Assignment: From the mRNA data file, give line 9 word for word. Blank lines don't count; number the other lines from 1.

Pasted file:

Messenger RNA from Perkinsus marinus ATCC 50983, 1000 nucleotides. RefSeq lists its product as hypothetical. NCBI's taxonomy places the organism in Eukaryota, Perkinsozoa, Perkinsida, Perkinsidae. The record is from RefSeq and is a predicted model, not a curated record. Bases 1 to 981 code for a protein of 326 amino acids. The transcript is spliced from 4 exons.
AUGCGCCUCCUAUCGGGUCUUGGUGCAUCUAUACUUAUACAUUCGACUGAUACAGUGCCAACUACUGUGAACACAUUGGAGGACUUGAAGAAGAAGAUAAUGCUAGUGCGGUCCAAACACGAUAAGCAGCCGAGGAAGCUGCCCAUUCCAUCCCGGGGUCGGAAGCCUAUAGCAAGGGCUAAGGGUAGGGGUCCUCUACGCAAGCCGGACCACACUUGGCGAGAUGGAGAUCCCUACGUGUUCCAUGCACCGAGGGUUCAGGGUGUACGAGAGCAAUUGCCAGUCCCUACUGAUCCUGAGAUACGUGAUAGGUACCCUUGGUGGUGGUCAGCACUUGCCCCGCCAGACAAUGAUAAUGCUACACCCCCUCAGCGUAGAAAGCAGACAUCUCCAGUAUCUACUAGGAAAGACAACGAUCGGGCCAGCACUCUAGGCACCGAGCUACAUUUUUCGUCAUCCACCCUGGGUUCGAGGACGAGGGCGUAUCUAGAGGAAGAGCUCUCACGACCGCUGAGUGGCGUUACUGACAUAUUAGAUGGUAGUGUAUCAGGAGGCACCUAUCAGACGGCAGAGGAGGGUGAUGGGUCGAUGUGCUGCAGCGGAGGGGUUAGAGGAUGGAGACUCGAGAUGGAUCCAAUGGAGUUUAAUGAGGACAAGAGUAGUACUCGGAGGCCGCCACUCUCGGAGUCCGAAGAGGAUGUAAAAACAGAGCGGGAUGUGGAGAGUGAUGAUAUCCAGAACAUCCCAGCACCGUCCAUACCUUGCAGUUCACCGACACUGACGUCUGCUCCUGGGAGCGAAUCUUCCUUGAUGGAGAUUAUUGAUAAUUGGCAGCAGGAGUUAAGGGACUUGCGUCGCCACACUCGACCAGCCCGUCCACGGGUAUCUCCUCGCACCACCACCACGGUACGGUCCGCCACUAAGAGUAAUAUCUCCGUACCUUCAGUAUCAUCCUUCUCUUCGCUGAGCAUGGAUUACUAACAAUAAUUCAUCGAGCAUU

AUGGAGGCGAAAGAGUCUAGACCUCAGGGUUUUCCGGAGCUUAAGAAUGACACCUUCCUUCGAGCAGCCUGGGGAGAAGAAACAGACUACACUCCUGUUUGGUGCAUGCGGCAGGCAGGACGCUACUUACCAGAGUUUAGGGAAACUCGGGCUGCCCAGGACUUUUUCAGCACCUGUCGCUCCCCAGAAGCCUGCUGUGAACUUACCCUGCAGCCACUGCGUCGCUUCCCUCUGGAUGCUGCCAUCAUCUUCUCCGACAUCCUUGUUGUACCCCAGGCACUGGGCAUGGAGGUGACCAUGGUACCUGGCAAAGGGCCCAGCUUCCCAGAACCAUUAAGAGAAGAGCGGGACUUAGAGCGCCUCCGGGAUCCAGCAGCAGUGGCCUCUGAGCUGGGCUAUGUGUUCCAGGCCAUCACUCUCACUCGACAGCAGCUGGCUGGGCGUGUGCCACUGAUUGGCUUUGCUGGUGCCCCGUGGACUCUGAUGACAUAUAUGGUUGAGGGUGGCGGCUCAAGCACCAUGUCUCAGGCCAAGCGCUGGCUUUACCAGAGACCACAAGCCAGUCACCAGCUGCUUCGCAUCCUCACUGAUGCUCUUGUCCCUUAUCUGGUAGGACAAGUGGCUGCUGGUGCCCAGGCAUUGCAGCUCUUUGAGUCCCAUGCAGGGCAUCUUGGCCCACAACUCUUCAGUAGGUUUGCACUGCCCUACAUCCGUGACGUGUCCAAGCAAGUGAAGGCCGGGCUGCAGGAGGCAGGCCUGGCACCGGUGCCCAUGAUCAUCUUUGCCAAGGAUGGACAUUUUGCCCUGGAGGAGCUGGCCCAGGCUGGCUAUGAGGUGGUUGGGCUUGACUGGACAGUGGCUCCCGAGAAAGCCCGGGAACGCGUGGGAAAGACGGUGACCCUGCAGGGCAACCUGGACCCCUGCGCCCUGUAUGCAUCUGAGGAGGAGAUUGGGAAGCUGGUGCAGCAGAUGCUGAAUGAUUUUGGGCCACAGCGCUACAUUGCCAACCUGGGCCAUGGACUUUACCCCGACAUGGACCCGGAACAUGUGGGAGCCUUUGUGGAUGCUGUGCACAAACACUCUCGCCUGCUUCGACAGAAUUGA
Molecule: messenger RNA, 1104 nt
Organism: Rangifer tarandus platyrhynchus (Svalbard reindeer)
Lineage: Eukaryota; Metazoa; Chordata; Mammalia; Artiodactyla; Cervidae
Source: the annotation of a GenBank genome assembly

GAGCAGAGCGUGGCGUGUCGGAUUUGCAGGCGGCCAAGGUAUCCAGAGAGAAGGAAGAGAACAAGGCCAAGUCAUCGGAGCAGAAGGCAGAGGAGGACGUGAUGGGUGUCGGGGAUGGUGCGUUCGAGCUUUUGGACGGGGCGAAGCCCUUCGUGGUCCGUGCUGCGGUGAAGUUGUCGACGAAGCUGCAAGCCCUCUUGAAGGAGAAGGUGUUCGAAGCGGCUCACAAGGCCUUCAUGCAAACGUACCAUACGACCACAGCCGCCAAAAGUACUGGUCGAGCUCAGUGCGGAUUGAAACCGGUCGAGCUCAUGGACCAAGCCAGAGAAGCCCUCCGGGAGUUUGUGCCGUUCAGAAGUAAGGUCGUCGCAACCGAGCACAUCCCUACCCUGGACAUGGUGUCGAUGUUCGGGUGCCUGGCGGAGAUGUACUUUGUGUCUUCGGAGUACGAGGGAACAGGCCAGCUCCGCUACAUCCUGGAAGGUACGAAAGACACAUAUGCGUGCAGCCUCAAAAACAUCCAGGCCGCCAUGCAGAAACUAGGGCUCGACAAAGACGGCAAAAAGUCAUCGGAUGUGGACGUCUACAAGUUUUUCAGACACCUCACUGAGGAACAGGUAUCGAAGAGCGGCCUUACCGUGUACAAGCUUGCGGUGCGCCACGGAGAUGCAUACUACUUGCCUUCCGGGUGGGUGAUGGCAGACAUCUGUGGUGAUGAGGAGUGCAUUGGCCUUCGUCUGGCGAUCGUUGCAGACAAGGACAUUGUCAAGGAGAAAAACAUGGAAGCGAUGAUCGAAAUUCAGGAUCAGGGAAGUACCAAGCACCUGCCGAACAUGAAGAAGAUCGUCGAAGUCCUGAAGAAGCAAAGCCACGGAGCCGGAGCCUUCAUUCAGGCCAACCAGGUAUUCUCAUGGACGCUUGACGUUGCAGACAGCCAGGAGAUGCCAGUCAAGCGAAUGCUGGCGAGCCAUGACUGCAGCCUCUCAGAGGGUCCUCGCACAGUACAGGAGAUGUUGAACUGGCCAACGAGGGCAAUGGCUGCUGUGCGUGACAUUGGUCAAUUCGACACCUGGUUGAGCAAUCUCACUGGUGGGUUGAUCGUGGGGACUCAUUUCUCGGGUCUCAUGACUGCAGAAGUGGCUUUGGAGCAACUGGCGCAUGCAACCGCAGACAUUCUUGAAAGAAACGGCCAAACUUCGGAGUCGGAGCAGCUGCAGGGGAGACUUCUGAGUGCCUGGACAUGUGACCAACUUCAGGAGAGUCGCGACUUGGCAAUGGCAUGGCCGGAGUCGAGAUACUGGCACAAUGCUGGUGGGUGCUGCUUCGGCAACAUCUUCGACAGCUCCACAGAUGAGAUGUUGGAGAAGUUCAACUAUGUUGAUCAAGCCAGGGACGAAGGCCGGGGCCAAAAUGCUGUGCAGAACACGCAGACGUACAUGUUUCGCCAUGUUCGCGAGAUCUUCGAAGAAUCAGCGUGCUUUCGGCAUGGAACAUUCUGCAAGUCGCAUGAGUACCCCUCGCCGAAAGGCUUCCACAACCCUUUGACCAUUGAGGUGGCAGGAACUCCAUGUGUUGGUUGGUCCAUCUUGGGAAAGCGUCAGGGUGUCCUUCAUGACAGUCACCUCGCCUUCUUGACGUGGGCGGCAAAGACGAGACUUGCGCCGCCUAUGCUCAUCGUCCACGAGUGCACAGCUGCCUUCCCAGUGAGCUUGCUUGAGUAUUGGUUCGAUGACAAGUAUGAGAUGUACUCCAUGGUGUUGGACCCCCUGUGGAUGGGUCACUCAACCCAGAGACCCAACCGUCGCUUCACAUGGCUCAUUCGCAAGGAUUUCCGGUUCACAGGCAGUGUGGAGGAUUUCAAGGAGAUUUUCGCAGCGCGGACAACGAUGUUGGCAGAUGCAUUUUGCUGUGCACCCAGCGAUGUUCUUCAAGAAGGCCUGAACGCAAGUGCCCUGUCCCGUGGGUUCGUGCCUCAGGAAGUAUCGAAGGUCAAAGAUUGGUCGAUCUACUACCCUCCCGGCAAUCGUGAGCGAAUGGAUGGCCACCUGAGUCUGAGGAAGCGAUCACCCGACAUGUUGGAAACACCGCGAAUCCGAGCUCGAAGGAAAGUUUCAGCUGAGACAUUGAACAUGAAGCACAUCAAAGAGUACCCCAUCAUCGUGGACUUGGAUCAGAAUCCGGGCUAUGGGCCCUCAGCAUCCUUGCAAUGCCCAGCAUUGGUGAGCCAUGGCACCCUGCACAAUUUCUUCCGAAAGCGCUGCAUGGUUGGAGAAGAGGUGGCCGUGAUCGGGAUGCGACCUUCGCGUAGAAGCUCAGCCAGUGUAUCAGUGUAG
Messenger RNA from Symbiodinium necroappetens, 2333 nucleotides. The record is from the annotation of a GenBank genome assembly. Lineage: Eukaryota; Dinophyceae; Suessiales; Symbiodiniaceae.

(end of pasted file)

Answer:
Messenger RNA from Symbiodinium necroappetens, 2333 nucleotides. The record is from the annotation of a GenBank genome assembly. Lineage: Eukaryota; Dinophyceae; Suessiales; Symbiodiniaceae.